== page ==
3DP Applications

The 3D Printed Heart Gets Closer

A fully functioning, 3D Printed heart is the Holy Grail of the industry and now it is one step closer thanks to the Cybernetics Department of the Military University of Technology in Warsaw.

The Polish university is looking into augmented reality and artificial neural networks to produce complete, functioning cardiac chambers. Dr Krzysztof Murawski PhD, Dr Leszek Grad, Dr Artur Archiuch PhD and Professor Pustelny, from the Optoelectronics Department of the Silesian University of Technology have pooled their collective intelligence to create artificial hearts from silicon and rubber.

A home plumbing project with big ambitions

The resulting heart chambers look a little like a home-brew plumbing project, but the important part is that the resulting models can be analysed and tested. The finished version will almost certainly look very different to the prototypes.

The team have made full use of the Zortrax M200 3D printer to create a variety of different models to test their theories. As they have supplied power to the individual chambers of the artificial heart, they have been able to refine the operation and consistently improve the results. That means a constant supply of new parts as they refine the system for improved flow and, effectively, better circulation for a transplant patient.

At the moment this is a theoretical exercise, but the team hopes that this could, in fact, be the artificial heart of the future. If so, this basic model will evolve into a practical application that saves lives around the world.

Bioprinted heart still some way off

This might seem like a backward step, as 3D Bioprinting has been with us for a while. We can print bones, cartilage and muscle, but combining them and making them all stand the test of time is proving complex.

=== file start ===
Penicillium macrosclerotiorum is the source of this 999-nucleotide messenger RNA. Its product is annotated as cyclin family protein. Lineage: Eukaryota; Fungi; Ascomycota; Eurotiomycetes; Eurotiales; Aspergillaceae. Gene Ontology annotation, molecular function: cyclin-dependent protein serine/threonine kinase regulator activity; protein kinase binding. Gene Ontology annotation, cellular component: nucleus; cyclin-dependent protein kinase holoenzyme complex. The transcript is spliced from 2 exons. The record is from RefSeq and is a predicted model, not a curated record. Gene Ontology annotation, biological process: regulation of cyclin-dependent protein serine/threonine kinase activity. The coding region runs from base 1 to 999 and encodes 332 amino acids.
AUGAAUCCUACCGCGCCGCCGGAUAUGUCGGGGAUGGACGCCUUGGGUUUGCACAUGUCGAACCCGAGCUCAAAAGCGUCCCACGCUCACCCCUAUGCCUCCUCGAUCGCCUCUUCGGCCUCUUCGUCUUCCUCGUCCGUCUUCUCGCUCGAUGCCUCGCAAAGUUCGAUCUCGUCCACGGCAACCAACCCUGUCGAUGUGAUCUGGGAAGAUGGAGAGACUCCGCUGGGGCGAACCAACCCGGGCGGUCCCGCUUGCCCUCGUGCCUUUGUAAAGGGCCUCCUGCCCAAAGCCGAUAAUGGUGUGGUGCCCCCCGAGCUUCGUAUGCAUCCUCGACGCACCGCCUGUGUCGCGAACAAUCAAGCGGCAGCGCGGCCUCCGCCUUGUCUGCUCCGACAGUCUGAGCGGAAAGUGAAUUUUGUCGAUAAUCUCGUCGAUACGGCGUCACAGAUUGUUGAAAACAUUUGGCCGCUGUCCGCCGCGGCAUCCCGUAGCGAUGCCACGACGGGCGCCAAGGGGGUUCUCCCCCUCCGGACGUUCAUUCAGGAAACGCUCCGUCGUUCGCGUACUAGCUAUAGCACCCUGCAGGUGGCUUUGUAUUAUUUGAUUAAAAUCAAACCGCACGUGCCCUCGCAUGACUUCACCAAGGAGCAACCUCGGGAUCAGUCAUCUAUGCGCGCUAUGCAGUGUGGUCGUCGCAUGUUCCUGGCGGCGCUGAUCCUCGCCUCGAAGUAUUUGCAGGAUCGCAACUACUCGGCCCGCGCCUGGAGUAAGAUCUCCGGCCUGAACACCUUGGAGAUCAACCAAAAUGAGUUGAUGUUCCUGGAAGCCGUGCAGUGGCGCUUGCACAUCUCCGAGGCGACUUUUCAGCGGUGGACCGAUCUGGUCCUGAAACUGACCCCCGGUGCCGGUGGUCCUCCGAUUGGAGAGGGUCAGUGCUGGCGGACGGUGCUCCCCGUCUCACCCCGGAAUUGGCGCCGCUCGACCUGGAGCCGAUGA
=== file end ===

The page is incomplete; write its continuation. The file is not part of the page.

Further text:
In a report in Nature Biotechnology in February 2015, it was claimed that we had overcome the major problems of blood vessels not extending deep enough into the tissue to sustain artificial organs. But this is just one hurdle.

A combination of biological cells and Polymers was touted as the new solution, and it may well turn out to be the case. Another study, published in Science Journal, revealed that Carnegie Mellon researchers had managed to bioprint a viable human heart in a gel solution that helped support the cells during the build process. Printing working Collagen and Fibrin were the major problems the university faced once it worked out how to exploit hydrogels, but still it claims to have overcome most of the issues.

Rubber still has a place

That makes this research in Poland look almost antiquated, but then it is not a real world application just yet. Bioprinting has largely been limited to implanting fragments of bone, muscle and famously ears on to mice and rats.

The cells holding up for any length of time is considered a success right now, but clearly we are a long way off using a full bioprinted heart as a legitimate transplant. Even when the technology is ready, it will have to undergo wave after wave of testing.

So the research going on in Poland right now, using a 3D Printer to create artificial hearts from man-made materials, might be the next realistic step in the battle against heart disease. It’s exciting research in any case and the flexibility that 3D Printing gives to the scientists is almost certainly going to save lives somewhere along the line.